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What can I do for a friend with an unhealthy body image?

Learn about body image. Know that it is OK to have good and bad body image days. Someone can have a day when they feel bad about their body and not have an unhealthy body image.

There is also a difference between an unhealthy body image and eating disorders. They are different problems with very different treatments; one doesn’t necessarily come with the other. Listen to your friend with understanding, respect and sensitivity. Tell your friend you are concerned, that you care and would like to help. Ask your friend if he or she would like to talk to a counselor about his or her body image.

Talk about things other than food, weight and body image. Focus on other aspects of your friend’s personality, complimenting him or her on a good test grade or a smart response in class or what a great friend they are to you. Chances are there is a lot more to your friend than their appearance, and that’s why you like them!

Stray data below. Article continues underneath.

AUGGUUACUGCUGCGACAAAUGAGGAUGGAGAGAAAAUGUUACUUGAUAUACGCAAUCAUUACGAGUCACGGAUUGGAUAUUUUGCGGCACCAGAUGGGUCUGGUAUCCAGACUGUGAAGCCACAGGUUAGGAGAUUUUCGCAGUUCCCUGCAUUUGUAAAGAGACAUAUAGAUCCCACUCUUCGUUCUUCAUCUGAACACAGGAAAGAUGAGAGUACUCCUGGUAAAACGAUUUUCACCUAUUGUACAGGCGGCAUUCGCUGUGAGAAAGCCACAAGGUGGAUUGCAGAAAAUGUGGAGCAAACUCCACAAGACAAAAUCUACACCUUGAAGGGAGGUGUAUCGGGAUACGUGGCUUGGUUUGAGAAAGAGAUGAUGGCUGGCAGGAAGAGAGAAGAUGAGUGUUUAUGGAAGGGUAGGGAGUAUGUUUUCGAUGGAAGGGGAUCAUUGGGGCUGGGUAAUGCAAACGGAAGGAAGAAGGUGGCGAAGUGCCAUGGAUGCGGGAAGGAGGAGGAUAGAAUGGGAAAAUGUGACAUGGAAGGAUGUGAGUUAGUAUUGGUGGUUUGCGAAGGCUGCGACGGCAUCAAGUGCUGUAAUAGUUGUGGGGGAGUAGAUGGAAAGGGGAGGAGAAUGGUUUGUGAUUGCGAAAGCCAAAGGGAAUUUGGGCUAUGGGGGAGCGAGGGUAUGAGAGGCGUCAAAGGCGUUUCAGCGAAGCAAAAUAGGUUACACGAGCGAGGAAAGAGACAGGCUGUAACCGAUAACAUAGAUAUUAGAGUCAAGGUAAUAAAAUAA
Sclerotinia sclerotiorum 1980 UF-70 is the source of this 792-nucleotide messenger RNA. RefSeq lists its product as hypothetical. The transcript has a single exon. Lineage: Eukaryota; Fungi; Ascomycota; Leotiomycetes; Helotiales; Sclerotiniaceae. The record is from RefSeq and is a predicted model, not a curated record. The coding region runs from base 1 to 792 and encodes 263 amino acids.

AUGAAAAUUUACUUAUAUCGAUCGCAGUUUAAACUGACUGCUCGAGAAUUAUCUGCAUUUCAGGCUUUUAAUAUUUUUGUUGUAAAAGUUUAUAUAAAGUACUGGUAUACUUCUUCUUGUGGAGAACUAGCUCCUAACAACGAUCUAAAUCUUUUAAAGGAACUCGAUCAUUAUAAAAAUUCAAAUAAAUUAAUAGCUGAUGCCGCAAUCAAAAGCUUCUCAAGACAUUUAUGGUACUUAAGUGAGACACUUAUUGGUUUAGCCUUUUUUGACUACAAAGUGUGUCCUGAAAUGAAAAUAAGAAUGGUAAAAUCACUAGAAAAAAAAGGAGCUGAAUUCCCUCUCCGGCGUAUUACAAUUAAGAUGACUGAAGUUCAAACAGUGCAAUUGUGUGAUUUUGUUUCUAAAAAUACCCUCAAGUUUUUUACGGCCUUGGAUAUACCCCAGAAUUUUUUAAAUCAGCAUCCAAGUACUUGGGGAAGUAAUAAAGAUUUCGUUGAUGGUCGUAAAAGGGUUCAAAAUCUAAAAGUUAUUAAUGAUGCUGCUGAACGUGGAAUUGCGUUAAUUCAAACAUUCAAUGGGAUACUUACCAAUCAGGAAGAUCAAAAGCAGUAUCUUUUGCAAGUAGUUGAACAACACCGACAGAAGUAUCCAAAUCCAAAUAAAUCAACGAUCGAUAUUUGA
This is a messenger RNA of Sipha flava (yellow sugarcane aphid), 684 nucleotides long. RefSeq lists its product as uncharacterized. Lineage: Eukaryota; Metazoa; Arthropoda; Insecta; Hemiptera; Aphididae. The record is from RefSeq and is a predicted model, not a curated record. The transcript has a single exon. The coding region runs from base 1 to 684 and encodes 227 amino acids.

Confront bad body talk in a sensitive yet direct way. If your friend says mean things about his or her body, let your friend know that you don’t like when he or she says hateful things about his or her body.

And it’s important to know the things that don’t really help when you have a friend with an unhealthy body image:

  • Don’t try to solve your friend’s problems for him or her.
  • Don’t blame your friend or say he or she is acting silly.
  • Don’t say things like, “Shut up, I would love to have your body!” This can make your friend feel like his or her feelings aren’t valid.
  • Don’t gossip about your friend.
  • Don’t focus all your attention on looks or weight.
  • Don’t make comments about people’s appearance.
  • Be open. Talk with your friend about what you think and feel.
  • Don’t reject or ignore your friend or the issues.
  • Don’t ignore your friend’s body preoccupation. Let your friend know that you notice how often he or she talks about his or her body image and that it concerns you.
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